An Indian Summer.
At last some sunshine.
High pressure and blue sky.
When the schools have closed and the majority of tourists have fled down the M6 to their more mundane surroundings.
I arrived in Grasmere at 8.20am a few days ago the car park was empty!
As were the streets. No one was about, shops were closed, the only person I met was a disgruntled paper boy.
Trees tinged with gold by the cold, cloudless nights. Hills floated eerily above mist rising slowly from the lake.
Leaving the lake I headed up through a newly carpeted woodland to open moorland,
and the distinctive saddle of Silver How.
For once the air was completely still. So clear I could pick out every fold in the Helvellyn range. Lazy, laconic cloud reluctant to let go.
Summit and Helvellyn
As I was reluctant to move. There have been few days this summer where it has been so comfortable just to sit and look at the hills. I was still surrounded by solitude. No one spoilt my reverie.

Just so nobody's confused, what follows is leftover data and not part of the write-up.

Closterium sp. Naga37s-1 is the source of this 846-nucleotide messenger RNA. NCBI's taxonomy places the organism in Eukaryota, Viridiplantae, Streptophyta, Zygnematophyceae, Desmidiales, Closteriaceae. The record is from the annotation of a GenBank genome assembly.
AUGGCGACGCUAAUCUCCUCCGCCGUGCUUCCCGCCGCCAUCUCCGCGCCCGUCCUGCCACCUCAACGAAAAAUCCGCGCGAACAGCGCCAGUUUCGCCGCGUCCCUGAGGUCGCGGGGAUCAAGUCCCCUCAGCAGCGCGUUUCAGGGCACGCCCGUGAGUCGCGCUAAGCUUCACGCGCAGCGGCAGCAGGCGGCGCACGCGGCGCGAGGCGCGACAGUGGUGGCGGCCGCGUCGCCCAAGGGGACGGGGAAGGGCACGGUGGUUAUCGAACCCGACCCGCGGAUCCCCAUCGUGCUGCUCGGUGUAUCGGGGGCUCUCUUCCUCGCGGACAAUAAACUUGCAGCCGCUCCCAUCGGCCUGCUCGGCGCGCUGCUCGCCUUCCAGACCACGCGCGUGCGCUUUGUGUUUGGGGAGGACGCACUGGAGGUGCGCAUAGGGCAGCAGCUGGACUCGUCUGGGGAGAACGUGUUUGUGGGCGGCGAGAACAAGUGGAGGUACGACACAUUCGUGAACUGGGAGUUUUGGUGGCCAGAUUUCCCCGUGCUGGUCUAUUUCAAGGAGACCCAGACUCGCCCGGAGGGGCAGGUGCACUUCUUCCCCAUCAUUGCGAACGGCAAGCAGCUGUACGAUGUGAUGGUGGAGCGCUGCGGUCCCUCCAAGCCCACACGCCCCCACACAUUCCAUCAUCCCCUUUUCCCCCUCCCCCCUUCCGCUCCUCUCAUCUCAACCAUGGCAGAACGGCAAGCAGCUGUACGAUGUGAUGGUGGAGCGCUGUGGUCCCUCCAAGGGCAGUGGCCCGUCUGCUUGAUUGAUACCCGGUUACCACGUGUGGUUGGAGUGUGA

Eventually I plodded off across the hummocks. Sphagnum moss still soggy. Glad of recently new boots.
I skirted Lang How a body, not a sheep, appeared. Another early person grabbing the late summer sunshine. The only person I met on the fell all day.
Tiny tarns, still and blue. Bright purple heather adding to the palette.
Langdales dominated the skyline until I reached the top of Swinescar Pike and changed direction to return to the village
Swinescar Hawse suddenly steep and rocky, led down to more sodden sphagnum on Blindtarn Moss. Yet more unceremonious hopscotch avoiding the wet, grabbing occasional dry ground.
Moss left behind the path clung to the edge of the gill. Waterfalls heard but hidden by still waist high bracken.
People appeared. Heading up the popular Easdale and its more promiscuous waterfalls.
And so the public return. Grasmere had morphed into a tourist trap. Shops open, cafes full, cars loitered with intent as I pulled off my boots and dumped my pack in my car.
I was glad of my early start.